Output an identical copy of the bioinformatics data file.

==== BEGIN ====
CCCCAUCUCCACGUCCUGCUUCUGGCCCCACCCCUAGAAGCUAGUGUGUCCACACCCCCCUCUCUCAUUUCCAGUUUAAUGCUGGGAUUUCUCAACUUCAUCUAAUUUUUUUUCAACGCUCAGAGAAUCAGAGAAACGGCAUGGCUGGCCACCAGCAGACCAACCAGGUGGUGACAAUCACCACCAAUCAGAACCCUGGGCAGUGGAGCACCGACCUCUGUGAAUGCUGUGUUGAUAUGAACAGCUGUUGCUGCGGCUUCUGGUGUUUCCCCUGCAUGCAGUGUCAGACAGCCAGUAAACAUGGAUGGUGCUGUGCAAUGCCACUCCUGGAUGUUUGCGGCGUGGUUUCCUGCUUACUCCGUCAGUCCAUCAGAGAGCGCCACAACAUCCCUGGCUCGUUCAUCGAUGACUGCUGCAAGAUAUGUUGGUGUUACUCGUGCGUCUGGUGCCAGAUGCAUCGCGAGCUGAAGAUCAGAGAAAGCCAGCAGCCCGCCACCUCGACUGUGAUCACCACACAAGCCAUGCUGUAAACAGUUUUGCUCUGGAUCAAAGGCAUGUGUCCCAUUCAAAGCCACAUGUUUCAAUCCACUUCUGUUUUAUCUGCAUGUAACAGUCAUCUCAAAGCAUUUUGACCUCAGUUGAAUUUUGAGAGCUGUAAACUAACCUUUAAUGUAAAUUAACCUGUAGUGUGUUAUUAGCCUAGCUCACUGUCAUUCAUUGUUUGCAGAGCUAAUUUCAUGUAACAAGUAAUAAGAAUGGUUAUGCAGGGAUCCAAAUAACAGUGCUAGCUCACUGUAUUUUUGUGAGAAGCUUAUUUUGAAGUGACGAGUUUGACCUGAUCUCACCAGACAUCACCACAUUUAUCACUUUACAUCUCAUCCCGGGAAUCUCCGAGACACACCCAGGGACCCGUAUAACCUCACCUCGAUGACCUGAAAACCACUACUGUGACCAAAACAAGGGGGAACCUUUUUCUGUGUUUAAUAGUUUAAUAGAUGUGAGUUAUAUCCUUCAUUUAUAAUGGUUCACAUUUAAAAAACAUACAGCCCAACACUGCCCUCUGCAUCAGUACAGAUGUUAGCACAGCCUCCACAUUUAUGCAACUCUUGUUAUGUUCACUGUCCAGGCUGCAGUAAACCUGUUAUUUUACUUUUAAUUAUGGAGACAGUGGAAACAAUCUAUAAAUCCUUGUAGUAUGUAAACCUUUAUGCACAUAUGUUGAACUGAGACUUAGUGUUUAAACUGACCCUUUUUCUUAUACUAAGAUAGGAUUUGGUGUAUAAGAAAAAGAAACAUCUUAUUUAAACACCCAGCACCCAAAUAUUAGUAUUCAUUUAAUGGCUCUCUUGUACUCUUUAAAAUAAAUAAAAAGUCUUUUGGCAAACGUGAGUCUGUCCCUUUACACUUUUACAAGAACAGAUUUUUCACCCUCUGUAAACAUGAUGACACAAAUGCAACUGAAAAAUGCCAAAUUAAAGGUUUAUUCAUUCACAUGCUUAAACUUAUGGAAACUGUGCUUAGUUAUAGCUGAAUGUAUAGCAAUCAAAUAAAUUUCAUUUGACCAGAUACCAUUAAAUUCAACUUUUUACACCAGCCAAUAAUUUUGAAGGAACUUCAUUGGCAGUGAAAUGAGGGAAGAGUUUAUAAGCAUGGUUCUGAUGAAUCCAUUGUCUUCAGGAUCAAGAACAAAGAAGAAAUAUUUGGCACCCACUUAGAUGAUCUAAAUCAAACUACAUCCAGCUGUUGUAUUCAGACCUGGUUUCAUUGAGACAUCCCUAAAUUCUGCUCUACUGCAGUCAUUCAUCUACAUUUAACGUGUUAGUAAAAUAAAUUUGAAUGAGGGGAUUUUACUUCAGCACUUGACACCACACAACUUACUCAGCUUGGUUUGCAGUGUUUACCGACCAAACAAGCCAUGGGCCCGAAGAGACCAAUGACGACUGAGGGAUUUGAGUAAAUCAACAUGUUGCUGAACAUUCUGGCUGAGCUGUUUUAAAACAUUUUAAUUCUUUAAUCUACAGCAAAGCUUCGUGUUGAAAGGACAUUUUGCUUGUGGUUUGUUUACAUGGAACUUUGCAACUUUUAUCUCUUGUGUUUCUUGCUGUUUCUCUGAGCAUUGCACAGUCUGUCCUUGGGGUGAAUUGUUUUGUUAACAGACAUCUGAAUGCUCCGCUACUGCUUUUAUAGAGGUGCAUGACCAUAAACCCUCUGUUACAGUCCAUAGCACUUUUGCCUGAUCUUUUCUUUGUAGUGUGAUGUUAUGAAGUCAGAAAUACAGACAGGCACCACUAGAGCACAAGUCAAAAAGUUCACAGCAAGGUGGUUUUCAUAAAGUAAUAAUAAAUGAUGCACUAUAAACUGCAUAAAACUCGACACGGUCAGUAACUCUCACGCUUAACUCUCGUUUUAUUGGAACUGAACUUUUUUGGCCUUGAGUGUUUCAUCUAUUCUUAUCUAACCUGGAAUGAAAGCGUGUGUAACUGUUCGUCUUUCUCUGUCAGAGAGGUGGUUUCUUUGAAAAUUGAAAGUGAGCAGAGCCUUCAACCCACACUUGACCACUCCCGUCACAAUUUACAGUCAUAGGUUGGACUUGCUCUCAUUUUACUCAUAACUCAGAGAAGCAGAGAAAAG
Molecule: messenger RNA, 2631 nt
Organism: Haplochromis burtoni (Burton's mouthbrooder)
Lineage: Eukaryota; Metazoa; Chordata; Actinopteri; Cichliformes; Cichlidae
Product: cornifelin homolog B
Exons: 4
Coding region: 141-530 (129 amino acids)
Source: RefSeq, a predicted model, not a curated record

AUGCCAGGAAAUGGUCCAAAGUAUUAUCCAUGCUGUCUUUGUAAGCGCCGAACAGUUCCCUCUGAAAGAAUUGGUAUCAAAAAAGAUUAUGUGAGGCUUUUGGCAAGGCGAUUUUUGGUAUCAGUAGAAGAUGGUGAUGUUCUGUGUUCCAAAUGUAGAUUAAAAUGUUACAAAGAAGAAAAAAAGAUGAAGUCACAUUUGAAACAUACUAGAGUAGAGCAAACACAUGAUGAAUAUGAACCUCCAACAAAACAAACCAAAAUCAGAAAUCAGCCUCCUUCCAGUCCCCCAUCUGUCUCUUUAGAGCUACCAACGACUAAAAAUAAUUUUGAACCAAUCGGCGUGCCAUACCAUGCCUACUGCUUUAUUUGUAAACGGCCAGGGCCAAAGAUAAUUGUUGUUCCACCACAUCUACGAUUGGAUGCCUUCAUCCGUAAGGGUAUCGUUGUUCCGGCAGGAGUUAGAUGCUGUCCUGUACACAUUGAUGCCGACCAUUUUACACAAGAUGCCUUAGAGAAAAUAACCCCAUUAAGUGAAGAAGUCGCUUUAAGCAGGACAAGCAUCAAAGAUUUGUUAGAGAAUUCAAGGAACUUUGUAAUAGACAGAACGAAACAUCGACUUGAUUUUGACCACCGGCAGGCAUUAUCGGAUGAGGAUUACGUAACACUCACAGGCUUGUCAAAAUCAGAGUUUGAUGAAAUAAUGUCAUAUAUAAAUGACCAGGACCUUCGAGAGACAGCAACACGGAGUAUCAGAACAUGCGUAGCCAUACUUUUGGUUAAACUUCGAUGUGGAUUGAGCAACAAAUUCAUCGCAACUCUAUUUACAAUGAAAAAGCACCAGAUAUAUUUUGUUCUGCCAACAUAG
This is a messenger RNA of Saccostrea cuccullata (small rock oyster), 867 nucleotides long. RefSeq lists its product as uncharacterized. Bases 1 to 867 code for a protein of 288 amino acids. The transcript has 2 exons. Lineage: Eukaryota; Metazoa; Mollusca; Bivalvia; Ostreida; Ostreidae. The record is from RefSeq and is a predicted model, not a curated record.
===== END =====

CCCCAUCUCCACGUCCUGCUUCUGGCCCCACCCCUAGAAGCUAGUGUGUCCACACCCCCCUCUCUCAUUUCCAGUUUAAUGCUGGGAUUUCUCAACUUCAUCUAAUUUUUUUUCAACGCUCAGAGAAUCAGAGAAACGGCAUGGCUGGCCACCAGCAGACCAACCAGGUGGUGACAAUCACCACCAAUCAGAACCCUGGGCAGUGGAGCACCGACCUCUGUGAAUGCUGUGUUGAUAUGAACAGCUGUUGCUGCGGCUUCUGGUGUUUCCCCUGCAUGCAGUGUCAGACAGCCAGUAAACAUGGAUGGUGCUGUGCAAUGCCACUCCUGGAUGUUUGCGGCGUGGUUUCCUGCUUACUCCGUCAGUCCAUCAGAGAGCGCCACAACAUCCCUGGCUCGUUCAUCGAUGACUGCUGCAAGAUAUGUUGGUGUUACUCGUGCGUCUGGUGCCAGAUGCAUCGCGAGCUGAAGAUCAGAGAAAGCCAGCAGCCCGCCACCUCGACUGUGAUCACCACACAAGCCAUGCUGUAAACAGUUUUGCUCUGGAUCAAAGGCAUGUGUCCCAUUCAAAGCCACAUGUUUCAAUCCACUUCUGUUUUAUCUGCAUGUAACAGUCAUCUCAAAGCAUUUUGACCUCAGUUGAAUUUUGAGAGCUGUAAACUAACCUUUAAUGUAAAUUAACCUGUAGUGUGUUAUUAGCCUAGCUCACUGUCAUUCAUUGUUUGCAGAGCUAAUUUCAUGUAACAAGUAAUAAGAAUGGUUAUGCAGGGAUCCAAAUAACAGUGCUAGCUCACUGUAUUUUUGUGAGAAGCUUAUUUUGAAGUGACGAGUUUGACCUGAUCUCACCAGACAUCACCACAUUUAUCACUUUACAUCUCAUCCCGGGAAUCUCCGAGACACACCCAGGGACCCGUAUAACCUCACCUCGAUGACCUGAAAACCACUACUGUGACCAAAACAAGGGGGAACCUUUUUCUGUGUUUAAUAGUUUAAUAGAUGUGAGUUAUAUCCUUCAUUUAUAAUGGUUCACAUUUAAAAAACAUACAGCCCAACACUGCCCUCUGCAUCAGUACAGAUGUUAGCACAGCCUCCACAUUUAUGCAACUCUUGUUAUGUUCACUGUCCAGGCUGCAGUAAACCUGUUAUUUUACUUUUAAUUAUGGAGACAGUGGAAACAAUCUAUAAAUCCUUGUAGUAUGUAAACCUUUAUGCACAUAUGUUGAACUGAGACUUAGUGUUUAAACUGACCCUUUUUCUUAUACUAAGAUAGGAUUUGGUGUAUAAGAAAAAGAAACAUCUUAUUUAAACACCCAGCACCCAAAUAUUAGUAUUCAUUUAAUGGCUCUCUUGUACUCUUUAAAAUAAAUAAAAAGUCUUUUGGCAAACGUGAGUCUGUCCCUUUACACUUUUACAAGAACAGAUUUUUCACCCUCUGUAAACAUGAUGACACAAAUGCAACUGAAAAAUGCCAAAUUAAAGGUUUAUUCAUUCACAUGCUUAAACUUAUGGAAACUGUGCUUAGUUAUAGCUGAAUGUAUAGCAAUCAAAUAAAUUUCAUUUGACCAGAUACCAUUAAAUUCAACUUUUUACACCAGCCAAUAAUUUUGAAGGAACUUCAUUGGCAGUGAAAUGAGGGAAGAGUUUAUAAGCAUGGUUCUGAUGAAUCCAUUGUCUUCAGGAUCAAGAACAAAGAAGAAAUAUUUGGCACCCACUUAGAUGAUCUAAAUCAAACUACAUCCAGCUGUUGUAUUCAGACCUGGUUUCAUUGAGACAUCCCUAAAUUCUGCUCUACUGCAGUCAUUCAUCUACAUUUAACGUGUUAGUAAAAUAAAUUUGAAUGAGGGGAUUUUACUUCAGCACUUGACACCACACAACUUACUCAGCUUGGUUUGCAGUGUUUACCGACCAAACAAGCCAUGGGCCCGAAGAGACCAAUGACGACUGAGGGAUUUGAGUAAAUCAACAUGUUGCUGAACAUUCUGGCUGAGCUGUUUUAAAACAUUUUAAUUCUUUAAUCUACAGCAAAGCUUCGUGUUGAAAGGACAUUUUGCUUGUGGUUUGUUUACAUGGAACUUUGCAACUUUUAUCUCUUGUGUUUCUUGCUGUUUCUCUGAGCAUUGCACAGUCUGUCCUUGGGGUGAAUUGUUUUGUUAACAGACAUCUGAAUGCUCCGCUACUGCUUUUAUAGAGGUGCAUGACCAUAAACCCUCUGUUACAGUCCAUAGCACUUUUGCCUGAUCUUUUCUUUGUAGUGUGAUGUUAUGAAGUCAGAAAUACAGACAGGCACCACUAGAGCACAAGUCAAAAAGUUCACAGCAAGGUGGUUUUCAUAAAGUAAUAAUAAAUGAUGCACUAUAAACUGCAUAAAACUCGACACGGUCAGUAACUCUCACGCUUAACUCUCGUUUUAUUGGAACUGAACUUUUUUGGCCUUGAGUGUUUCAUCUAUUCUUAUCUAACCUGGAAUGAAAGCGUGUGUAACUGUUCGUCUUUCUCUGUCAGAGAGGUGGUUUCUUUGAAAAUUGAAAGUGAGCAGAGCCUUCAACCCACACUUGACCACUCCCGUCACAAUUUACAGUCAUAGGUUGGACUUGCUCUCAUUUUACUCAUAACUCAGAGAAGCAGAGAAAAG
Molecule: messenger RNA, 2631 nt
Organism: Haplochromis burtoni (Burton's mouthbrooder)
Lineage: Eukaryota; Metazoa; Chordata; Actinopteri; Cichliformes; Cichlidae
Product: cornifelin homolog B
Exons: 4
Coding region: 141-530 (129 amino acids)
Source: RefSeq, a predicted model, not a curated record

AUGCCAGGAAAUGGUCCAAAGUAUUAUCCAUGCUGUCUUUGUAAGCGCCGAACAGUUCCCUCUGAAAGAAUUGGUAUCAAAAAAGAUUAUGUGAGGCUUUUGGCAAGGCGAUUUUUGGUAUCAGUAGAAGAUGGUGAUGUUCUGUGUUCCAAAUGUAGAUUAAAAUGUUACAAAGAAGAAAAAAAGAUGAAGUCACAUUUGAAACAUACUAGAGUAGAGCAAACACAUGAUGAAUAUGAACCUCCAACAAAACAAACCAAAAUCAGAAAUCAGCCUCCUUCCAGUCCCCCAUCUGUCUCUUUAGAGCUACCAACGACUAAAAAUAAUUUUGAACCAAUCGGCGUGCCAUACCAUGCCUACUGCUUUAUUUGUAAACGGCCAGGGCCAAAGAUAAUUGUUGUUCCACCACAUCUACGAUUGGAUGCCUUCAUCCGUAAGGGUAUCGUUGUUCCGGCAGGAGUUAGAUGCUGUCCUGUACACAUUGAUGCCGACCAUUUUACACAAGAUGCCUUAGAGAAAAUAACCCCAUUAAGUGAAGAAGUCGCUUUAAGCAGGACAAGCAUCAAAGAUUUGUUAGAGAAUUCAAGGAACUUUGUAAUAGACAGAACGAAACAUCGACUUGAUUUUGACCACCGGCAGGCAUUAUCGGAUGAGGAUUACGUAACACUCACAGGCUUGUCAAAAUCAGAGUUUGAUGAAAUAAUGUCAUAUAUAAAUGACCAGGACCUUCGAGAGACAGCAACACGGAGUAUCAGAACAUGCGUAGCCAUACUUUUGGUUAAACUUCGAUGUGGAUUGAGCAACAAAUUCAUCGCAACUCUAUUUACAAUGAAAAAGCACCAGAUAUAUUUUGUUCUGCCAACAUAG
This is a messenger RNA of Saccostrea cuccullata (small rock oyster), 867 nucleotides long. RefSeq lists its product as uncharacterized. Bases 1 to 867 code for a protein of 288 amino acids. The transcript has 2 exons. Lineage: Eukaryota; Metazoa; Mollusca; Bivalvia; Ostreida; Ostreidae. The record is from RefSeq and is a predicted model, not a curated record.